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Startup Maxta gets $25 million in funding, partners with Intel

Maxta, a software-based hyper-convergence startup, last week picked up $25 million in series B funding and a significant strategic investor.

Intel Capital participated in the round, which brings Maxta’s total funding to $35 million. Maxta’s distributed software runs on virtual servers to pools flash and disk storage capacity on the server level, allowing customers to build a SAN with commodity hardware.

Maxta founder and CEO Yoram Novick said the startup is involved in a long-term strategic partnership with Intel to develop a software-based, virtual storage technology that works with Intel chips, motherboards and servers.

“We believe the main challenge for the virtual data center is storage,” Novick said. ““The compute side has improved a lot while traditional storage has not changed much. Intel is working on features to provide better storage in a converged infrastructure. We saw the same thing coming, so we decided to work together. We will work with them to develop a better platform. We will add more features to leverage their architecture.”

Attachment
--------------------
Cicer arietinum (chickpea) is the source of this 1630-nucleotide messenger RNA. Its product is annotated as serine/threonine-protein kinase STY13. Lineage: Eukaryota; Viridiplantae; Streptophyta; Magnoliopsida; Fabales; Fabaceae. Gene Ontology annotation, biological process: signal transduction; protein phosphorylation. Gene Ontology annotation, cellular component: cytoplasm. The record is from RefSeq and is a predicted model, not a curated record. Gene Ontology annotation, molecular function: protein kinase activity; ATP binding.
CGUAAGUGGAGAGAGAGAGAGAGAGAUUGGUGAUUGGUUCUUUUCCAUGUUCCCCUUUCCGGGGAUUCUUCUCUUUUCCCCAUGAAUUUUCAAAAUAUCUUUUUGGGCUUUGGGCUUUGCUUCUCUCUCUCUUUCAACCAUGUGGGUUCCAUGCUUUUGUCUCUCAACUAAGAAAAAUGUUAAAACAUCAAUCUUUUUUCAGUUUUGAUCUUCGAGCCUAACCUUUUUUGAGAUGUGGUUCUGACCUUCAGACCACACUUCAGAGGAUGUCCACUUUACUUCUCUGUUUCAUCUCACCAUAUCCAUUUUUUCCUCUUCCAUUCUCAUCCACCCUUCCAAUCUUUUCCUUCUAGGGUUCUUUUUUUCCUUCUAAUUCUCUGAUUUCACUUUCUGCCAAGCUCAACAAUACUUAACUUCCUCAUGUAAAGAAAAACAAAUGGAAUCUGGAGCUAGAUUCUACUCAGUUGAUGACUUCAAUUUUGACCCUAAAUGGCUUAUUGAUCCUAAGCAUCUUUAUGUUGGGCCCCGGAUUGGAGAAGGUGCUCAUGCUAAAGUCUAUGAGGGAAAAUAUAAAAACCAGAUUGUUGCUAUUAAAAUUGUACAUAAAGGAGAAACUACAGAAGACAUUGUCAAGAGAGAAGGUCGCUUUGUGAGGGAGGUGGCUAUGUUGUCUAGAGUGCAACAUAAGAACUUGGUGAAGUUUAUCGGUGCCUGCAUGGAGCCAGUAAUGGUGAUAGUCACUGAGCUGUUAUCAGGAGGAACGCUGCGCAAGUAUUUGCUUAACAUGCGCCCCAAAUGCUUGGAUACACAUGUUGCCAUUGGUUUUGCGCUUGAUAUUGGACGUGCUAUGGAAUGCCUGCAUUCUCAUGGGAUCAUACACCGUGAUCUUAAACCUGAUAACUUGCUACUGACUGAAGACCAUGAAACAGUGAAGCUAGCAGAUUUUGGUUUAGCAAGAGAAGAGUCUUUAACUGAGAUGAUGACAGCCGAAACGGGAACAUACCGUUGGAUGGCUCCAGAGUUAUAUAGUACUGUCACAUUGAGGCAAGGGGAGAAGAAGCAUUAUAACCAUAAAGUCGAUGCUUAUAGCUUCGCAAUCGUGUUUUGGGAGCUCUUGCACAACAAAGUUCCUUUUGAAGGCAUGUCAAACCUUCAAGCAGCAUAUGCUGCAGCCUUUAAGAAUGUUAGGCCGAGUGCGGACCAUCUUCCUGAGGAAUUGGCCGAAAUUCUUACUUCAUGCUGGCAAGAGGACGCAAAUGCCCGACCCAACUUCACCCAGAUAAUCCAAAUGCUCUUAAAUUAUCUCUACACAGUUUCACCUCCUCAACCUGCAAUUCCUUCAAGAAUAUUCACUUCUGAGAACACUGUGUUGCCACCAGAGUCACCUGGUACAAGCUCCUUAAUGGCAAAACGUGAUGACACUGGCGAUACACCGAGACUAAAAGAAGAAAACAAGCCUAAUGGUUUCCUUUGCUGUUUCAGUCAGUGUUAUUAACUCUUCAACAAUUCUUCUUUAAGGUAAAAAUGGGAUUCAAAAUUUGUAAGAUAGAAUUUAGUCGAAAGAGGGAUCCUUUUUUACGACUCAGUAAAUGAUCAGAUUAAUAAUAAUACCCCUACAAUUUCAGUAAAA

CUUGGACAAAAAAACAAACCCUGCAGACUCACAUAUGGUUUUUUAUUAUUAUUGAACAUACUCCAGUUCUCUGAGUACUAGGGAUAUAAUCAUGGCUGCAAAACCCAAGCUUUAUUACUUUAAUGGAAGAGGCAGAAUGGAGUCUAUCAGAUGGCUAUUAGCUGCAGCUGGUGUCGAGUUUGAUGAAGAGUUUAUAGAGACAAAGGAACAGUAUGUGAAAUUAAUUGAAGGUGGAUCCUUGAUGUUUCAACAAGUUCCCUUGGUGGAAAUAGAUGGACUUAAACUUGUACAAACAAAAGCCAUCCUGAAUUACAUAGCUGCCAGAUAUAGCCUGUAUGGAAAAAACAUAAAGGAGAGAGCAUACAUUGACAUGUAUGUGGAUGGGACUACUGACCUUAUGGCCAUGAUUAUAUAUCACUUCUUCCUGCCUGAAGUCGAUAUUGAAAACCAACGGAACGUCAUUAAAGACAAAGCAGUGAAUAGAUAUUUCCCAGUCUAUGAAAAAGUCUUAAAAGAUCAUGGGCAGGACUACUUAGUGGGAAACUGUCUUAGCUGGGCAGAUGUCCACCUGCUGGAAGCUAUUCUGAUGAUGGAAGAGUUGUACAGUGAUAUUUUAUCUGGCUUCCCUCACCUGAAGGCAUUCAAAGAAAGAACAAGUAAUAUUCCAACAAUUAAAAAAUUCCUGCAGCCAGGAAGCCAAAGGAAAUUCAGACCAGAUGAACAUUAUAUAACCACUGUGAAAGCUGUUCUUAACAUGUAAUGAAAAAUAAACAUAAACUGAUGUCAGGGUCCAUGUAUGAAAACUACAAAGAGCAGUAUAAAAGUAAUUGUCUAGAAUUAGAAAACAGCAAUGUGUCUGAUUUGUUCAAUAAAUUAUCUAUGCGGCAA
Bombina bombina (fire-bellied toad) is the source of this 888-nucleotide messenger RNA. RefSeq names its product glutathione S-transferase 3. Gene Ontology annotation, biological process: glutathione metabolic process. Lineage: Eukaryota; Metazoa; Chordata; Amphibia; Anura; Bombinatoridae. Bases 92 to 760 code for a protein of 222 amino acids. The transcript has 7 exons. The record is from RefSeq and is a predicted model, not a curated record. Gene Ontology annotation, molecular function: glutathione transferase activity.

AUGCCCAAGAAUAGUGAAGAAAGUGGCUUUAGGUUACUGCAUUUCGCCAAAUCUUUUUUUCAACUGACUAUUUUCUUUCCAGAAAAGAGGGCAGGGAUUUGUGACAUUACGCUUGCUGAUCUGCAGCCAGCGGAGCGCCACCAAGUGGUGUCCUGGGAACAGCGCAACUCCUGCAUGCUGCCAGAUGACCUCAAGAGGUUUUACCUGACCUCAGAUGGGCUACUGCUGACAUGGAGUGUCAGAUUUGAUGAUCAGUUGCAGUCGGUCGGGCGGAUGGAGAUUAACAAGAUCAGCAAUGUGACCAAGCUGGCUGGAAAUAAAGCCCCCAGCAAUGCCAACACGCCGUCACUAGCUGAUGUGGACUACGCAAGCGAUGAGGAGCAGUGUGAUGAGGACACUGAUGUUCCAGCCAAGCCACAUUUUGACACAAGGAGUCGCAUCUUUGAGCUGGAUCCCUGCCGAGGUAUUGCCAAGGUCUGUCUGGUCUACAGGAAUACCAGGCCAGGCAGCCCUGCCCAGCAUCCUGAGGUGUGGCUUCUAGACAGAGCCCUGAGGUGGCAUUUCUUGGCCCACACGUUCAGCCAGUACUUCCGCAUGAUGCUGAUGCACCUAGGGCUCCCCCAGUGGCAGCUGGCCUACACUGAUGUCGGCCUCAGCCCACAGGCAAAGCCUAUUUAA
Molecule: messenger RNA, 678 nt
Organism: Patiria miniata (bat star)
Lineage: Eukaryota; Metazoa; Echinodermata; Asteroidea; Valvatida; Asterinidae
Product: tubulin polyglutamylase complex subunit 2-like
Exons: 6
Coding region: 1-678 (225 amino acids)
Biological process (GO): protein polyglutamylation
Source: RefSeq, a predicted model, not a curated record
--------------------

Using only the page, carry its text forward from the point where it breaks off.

Novick said the Maxta storage platform architecture (MxSP) is hypervisor agnostic, although it primarily works in VMware environments. Maxta also announced it is supporting Microsoft Hyper-V and KVM installations if a customer requests it.

“If a customer wants it, they will need to talk to us,” Novick said. “We do it with customers working with other hypervisors. We have limited availability for other solutions.”

The MxSP software does checksums to ensure data integrity, along with local replication to eliminate a single point of failure. It accelerates writes with write-back caching on solid state drives (SSDs) and a log-based data layout. It accelerates reads by caching metadata and hot data on SSDs. It also has the ability to co-locate virtual machines and the associated data.

Novik said use cases include primary storage, disaster recovery, virtual desktop infrastructures (VDI), cloud, and test and development. He said the new funding will be used to expand its sales and marketing. The Sunnyvale, California-based company has 40 employees, mostly engineers.

The B-round funding also was led by Tenaya Capital and existing investor Andreessen Horowitz also participated.

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Interesting: Fineberg sees less ''white space'' between megavendors and upstarts in future in RDBMSs